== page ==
Buffy St. Marie
Buffy Sainte-Marie has spent her whole life creating, and her artistry, humanitarian efforts, and Indigenous leadership have made her a unique force in the music industry. In 1969, she made one of the world’s first electronic vocal albums; in 1982 she became the only Indigenous person to win an Oscar; she spent five years on Sesame Street where she became the first woman to breastfeed on national television. She’s been blacklisted and silenced. She’s written pop standards sung and recorded by the likes of Janis Joplin, Elvis Presley, Donovan, Joe Cocker and Jennifer Warnes. She penned “Universal Soldier,” the definitive anti-war anthem of the 20th century. She is an icon who keeps one foot firmly planted on both sides of the North American border, in the unsurrendered territories that comprise Canada and the USA.
Buffy Sainte-Marie will be inducted into the Canadian Songwriters Hall of Fame on April 1st. The induction will take place in Toronto, ON at the 2019 SOCAN Awards. The Canadian Songwriters Hall of Fame honours and celebrates Canadian songwriters and those who have dedicated their lives to the legacy of music, and works to educate the public about these achievements.
Sainte-Marie’s 1964 peace anthem “Universal Soldier” was inducted to the same hall of fame in 2005. It’s among countless accolades the musician, Indigenous rights activist and educator has received throughout her career. She also won a BAFTA and Golden Globe Award for co-writing the 1982 song “Up Where We Belong,” which was performed by Joe Cocker and Jennifer Warnes for the film “An Officer and a Gentleman.” The 78-year-old performer who has been been crafting songs and playing piano since she was 3- also has several Junos, a Polaris Prize, a Governor General’s Performing Arts Award, and is an Officer of the Order of Canada.
Since 1969 she has operated the Nihewan Foundation for Native American Education. From 1996 to 2009 Buffy Sainte-Marie focused her time mostly on the Cradleboard Teaching Project, using her multimedia skills to create accurate, enriching core curriculum based in Native American cultural perspectives. She presently works with teacher education departments in several universities, teaching them how to create their own localized indigenous interactive multimedia curriculum in science and other core subjects. The American Indian College Fund presented Buffy with their Lifetime Achievement Award.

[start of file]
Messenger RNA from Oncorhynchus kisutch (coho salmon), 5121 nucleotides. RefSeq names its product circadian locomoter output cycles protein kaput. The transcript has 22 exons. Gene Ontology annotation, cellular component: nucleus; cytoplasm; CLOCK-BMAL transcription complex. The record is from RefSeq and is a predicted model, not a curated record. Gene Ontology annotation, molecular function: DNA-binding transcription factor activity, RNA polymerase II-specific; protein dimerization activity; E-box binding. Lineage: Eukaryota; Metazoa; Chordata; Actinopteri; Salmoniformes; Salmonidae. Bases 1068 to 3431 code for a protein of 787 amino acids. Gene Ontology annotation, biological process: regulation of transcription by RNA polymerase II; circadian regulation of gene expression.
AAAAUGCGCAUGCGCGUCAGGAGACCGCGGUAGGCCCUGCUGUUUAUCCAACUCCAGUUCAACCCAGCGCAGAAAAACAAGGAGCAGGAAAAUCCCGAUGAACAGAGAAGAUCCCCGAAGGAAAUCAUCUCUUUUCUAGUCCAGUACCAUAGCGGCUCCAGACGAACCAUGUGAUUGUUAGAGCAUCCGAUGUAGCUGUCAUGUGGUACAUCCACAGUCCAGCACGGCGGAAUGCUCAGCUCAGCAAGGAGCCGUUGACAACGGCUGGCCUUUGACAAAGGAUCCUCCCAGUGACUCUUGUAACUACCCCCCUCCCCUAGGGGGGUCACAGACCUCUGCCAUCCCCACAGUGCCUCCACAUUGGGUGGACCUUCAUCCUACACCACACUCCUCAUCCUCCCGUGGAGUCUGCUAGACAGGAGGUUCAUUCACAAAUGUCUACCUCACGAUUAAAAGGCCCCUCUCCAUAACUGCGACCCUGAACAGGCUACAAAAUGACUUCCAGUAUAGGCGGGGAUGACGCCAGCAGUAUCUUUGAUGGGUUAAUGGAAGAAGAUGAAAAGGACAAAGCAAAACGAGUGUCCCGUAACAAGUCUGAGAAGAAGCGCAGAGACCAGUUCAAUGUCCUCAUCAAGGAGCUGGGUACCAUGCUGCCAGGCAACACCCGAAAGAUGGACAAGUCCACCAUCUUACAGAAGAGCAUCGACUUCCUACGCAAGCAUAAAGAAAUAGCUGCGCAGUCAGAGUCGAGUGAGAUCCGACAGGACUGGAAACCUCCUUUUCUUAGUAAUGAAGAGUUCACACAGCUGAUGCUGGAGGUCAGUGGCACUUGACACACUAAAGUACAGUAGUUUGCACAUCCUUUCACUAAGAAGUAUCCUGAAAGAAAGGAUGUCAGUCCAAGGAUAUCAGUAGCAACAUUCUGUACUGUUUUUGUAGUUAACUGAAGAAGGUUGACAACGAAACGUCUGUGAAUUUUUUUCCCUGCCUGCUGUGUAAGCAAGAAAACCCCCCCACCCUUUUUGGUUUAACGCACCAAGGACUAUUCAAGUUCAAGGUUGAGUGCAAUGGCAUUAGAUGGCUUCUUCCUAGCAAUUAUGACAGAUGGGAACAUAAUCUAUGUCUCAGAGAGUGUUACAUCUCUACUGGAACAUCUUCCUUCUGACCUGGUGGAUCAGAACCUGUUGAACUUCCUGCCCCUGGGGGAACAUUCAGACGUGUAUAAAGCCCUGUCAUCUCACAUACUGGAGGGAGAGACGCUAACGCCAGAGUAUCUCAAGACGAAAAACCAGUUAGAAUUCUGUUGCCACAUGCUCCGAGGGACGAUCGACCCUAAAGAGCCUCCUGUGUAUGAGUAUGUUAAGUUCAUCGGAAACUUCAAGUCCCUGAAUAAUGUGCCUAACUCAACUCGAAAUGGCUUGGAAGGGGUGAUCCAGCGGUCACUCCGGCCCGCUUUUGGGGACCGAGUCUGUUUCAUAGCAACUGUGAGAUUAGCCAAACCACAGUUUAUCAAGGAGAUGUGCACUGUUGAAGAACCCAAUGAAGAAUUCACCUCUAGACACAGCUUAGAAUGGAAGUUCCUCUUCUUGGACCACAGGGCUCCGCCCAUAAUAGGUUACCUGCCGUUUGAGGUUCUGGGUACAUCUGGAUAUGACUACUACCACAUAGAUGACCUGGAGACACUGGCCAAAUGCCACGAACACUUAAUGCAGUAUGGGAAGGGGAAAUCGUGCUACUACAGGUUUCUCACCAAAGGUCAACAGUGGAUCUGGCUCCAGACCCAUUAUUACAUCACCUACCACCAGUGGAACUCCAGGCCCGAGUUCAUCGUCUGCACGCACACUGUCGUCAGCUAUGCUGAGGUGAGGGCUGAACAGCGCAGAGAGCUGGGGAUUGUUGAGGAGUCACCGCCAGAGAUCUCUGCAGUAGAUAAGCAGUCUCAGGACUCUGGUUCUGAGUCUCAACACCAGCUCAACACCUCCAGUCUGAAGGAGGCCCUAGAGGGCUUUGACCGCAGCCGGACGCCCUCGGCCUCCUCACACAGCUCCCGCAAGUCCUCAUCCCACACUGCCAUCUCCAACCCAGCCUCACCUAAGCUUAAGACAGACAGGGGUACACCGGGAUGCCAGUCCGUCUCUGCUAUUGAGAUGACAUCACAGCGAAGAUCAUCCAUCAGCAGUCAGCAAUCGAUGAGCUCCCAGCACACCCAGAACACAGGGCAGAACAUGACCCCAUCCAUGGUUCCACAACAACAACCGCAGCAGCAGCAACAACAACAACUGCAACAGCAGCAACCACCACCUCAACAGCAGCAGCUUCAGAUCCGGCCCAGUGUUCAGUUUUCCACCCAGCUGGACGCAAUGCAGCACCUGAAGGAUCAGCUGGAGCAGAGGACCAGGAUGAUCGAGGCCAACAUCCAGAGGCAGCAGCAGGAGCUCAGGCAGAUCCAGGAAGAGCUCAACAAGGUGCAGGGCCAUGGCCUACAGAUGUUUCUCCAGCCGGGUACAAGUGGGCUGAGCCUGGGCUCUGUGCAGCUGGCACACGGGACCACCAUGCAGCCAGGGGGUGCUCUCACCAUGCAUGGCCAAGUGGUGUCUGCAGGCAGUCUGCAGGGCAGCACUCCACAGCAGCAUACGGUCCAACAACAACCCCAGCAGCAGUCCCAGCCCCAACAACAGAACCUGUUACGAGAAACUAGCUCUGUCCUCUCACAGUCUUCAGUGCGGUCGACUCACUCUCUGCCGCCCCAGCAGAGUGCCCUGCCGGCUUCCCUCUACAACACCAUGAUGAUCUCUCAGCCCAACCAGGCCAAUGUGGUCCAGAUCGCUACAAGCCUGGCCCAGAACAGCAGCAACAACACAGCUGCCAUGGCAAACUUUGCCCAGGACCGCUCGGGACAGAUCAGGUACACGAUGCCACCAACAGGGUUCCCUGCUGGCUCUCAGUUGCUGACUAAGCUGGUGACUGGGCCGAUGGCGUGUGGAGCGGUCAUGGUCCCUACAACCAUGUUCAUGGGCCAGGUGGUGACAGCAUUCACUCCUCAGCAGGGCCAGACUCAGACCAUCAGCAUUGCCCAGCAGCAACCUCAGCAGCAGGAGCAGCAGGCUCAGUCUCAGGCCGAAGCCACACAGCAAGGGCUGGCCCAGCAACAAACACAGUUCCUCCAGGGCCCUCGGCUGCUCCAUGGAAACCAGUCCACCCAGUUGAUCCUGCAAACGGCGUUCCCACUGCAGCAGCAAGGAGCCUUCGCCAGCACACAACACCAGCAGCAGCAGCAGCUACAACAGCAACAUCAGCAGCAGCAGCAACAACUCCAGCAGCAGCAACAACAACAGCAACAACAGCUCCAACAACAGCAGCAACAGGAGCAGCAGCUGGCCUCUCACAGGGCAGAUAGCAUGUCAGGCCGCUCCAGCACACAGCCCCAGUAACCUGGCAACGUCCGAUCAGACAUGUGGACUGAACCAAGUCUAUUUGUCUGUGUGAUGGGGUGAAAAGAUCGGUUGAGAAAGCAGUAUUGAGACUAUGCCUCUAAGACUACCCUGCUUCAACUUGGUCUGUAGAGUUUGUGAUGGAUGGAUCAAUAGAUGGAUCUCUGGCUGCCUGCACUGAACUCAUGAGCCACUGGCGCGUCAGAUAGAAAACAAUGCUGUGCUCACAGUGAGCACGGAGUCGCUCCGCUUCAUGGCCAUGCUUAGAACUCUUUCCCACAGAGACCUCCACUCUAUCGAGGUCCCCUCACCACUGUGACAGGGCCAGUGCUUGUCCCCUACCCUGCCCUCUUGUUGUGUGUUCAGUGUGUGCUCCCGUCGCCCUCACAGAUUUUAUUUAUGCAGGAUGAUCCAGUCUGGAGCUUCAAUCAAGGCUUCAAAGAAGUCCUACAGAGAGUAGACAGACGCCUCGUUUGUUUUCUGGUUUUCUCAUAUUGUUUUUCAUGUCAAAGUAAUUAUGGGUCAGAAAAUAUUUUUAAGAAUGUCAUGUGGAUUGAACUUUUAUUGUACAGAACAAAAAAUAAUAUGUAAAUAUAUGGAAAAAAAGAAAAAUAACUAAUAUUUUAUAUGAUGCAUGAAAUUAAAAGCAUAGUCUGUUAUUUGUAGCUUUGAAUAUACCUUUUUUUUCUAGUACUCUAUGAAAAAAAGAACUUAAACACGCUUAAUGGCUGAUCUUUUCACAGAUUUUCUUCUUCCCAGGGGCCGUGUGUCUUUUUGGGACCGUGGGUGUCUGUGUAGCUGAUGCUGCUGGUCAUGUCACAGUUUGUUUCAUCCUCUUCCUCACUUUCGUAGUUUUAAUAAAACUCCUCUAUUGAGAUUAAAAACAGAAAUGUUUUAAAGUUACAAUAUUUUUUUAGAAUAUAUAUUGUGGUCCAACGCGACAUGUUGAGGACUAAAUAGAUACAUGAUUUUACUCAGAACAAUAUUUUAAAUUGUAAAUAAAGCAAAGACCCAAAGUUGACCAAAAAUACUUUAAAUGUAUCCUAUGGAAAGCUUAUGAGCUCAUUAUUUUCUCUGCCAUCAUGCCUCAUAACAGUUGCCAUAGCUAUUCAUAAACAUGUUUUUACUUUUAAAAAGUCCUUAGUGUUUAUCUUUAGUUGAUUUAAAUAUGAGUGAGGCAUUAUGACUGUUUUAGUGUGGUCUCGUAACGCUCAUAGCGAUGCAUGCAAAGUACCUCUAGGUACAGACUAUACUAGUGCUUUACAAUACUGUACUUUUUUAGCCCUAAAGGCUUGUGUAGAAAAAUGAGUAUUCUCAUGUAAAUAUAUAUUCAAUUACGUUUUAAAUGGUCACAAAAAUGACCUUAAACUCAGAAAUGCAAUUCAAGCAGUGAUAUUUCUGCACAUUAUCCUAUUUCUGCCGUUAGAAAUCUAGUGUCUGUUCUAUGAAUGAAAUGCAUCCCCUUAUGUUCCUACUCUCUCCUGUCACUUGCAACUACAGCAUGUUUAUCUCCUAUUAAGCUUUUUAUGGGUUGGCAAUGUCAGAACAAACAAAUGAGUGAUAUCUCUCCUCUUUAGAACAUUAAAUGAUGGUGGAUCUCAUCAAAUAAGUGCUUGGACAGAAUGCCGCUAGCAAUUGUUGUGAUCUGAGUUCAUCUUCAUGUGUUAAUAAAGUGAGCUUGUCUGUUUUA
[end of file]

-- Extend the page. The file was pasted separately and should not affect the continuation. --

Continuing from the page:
There’s still work to be done, and that work is Medicine Songs.
The nineteen songs in this collection are about the environment, alternative conflict resolution, Indigenous realities, greed, and racketeering. It features a brand new politically charged rocker, “The War Racket,” that slinks and pounds as Sainte-Marie sing-speaks wisdom like, “You pretend it’s religion, like there’s no one to blame/ for the dead and impoverished in your little patriot game.” There are new recordings of some of the most insightful songs Buffy’s ever written, like the decades-spanning, rock ’n’ roll reportage “Bury My Heart at Wounded Knee,” or the first powwow rock song, “Starwalker,” an anthemic celebration of Indigenous leadership.
Sainte-Marie doesn’t sugarcoat the truth, nor does she shy away from hard realities, but Medicine Songs is never overwhelming or oppressive. Rather than making us feel smaller, sadder or more cynical, Buffy Sainte-Marie makes us feel stronger and more capable of seeing the world around us clearly. Part rhythmic healing, part trumpeting wakeup call, Medicine Songs is the soundtrack for the resistance.
This is a collection of front line songs about unity and resistance – some brand new and some classics – and I want to put them to work. These are songs I’ve been writing for over fifty years, and what troubles people today are still the same damn issues from 30-40-50 years ago: war, oppression, inequity, violence, rankism of all kinds, the pecking order, bullying, racketeering and systemic greed. Some of these songs come from the other side of that: positivity, common sense, romance, equity and enthusiasm for life.
I’ve found that a song can be more effective than a 400-page textbook. It’s immediate and replicable, portable and efficient, easy to understand – and sometimes you can dance to it. Effective songs are shared, person-to-person, by artists and friends, as opposed to news stories that are marketed by the fellas who may own the town, the media, the company store and the mine. I hope you use these songs, share them, and that they inspire change and your own voice.
It might seem strange that along with the new ones, I re-recorded and updated some of these songs from the past using current technologies and new instrumentations – giving a new life to them from today’s perspective. The thing is, some of these songs were too controversial for radio play when they first came out, so nobody ever heard them, and now is my chance to offer them to new generations of like-minded people dealing with these same concerns. It’s like the play is the same but the actors are new.
I really want this collection of songs to be like medicine, to be of some help or encouragement, to maybe do some good. Songs can motivate you and advance your own ideas, encourage and support collaborations and be part of making change globally and at home. They do that for me and I hope this album can be positive and provide thoughts and remedies that rock your world and inspire new ideas of your own. ~ Buffy